Economic development in SC – Let’s allow the sun to shine

  • Monday, November 18, 2013

Eckstrom

Their priorities seem to concentrate on just three things – jobs, jobs, jobs.

Don’t get me wrong; I’m all for a booming economy with full employment just as much as the next person. And, with serious problems in Washington and with global economic pressures challenging our comfortable way of life, job creation definitely should be a high priority.

There’s no doubt the U.S. economy is changing, requiring our workforce to develop higher-level, technical skills; and our businesses to quickly react to a fast changing, ever-more-competitive landscape.

All of this helps explain why we’re seeing state and local governments rush headlong into economic development with more gusto (and dollars) than ever.

Setting aside the larger policy questions about this activity, which I believe center on whether government ought to give economic incentives to some businesses and not to others, if governments insist on doing it they ought to be as transparent with it as possible.

The problem is, in South Carolina we’re not very transparent in this area.

But just as governments and their programs are always expanding so is the transparency movement, and economic development is the latest place where open government advocates seek more sunshine.

Yet I don’t bring this up just because public policy advocates might think it’s a good idea. I bring this up because it’s serious business that consumes surprising amounts of public money – your money.

This past August, the S.C. Board of Economic Advisors released a report showing the cost of state incentives awarded in fiscal 2011 for economic development. The total – almost $390 million.

Mind you, that’s just for one year, and it doesn’t include what cities and counties provided that year in tax breaks and other enticements for companies to locate or expand in their areas.

Here’s one way to put the $390 million into perspective:

If you added up this year’s budgets for the State Law Enforcement Division, the S.C. Department of Public Safety, the state Attorney General’s Office and the S.C. Judicial Department, you’d still have about $40 million left to spend before equaling the amount the state gave to businesses for economic development in 2011.

Surprising, isn’t it?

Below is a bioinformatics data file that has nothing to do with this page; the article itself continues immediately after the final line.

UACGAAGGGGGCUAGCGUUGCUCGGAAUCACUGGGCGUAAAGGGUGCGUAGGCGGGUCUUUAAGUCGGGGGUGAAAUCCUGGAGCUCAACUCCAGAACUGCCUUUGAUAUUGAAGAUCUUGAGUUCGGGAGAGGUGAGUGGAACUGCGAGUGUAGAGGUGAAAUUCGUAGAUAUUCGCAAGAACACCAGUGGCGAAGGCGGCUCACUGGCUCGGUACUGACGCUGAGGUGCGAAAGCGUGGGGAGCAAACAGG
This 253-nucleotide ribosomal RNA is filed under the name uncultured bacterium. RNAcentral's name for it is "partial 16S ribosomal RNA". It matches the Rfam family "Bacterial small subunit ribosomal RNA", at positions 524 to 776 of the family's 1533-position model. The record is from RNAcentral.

But here’s the rub: While we have access to a few summarized totals, we don’t know much else about this public spending on economic development incentives on our behalf.

We don’t know specific amounts that individual companies are receiving in job development tax credits and many other kinds of tax incentives. We don’t know how many jobs are ultimately created and how much capital investment is ultimately made by firms receiving our incentives compared to the job and investment totals those companies committed they would meet.

At least, most South Carolinians don’t know those important details – and cannot find them out – because almost all of this information is “privileged” under state law, including the S.C. Freedom of Information Act.

The argument for this secrecy: It’s considered to be either confidential taxpayer information or company trade secrets.

As a certified public accountant and South Carolina’s comptroller general overseeing the state’s accounting system, I understand the sensitive nature of this information.

But isn’t that really the whole point here? We’re talking about public dollars for a public purpose going into bank accounts of private companies. And in my opinion if you’re reaching into the public purse you ought to disclose what you pull out just like everybody else has to and what you give back in return.

I mean, how else can we know whether we’re getting our money’s worth with all of this economic development spending?

Several states, including Indiana and Arizona, require much greater transparency in their economic development expenditures. They’re able to deal with the sensitivity issues. It’s time that South Carolina did, too.


Richard Eckstrom, a CPA, is the comptroller general of South Carolina and commander of the S.C. State Guard.

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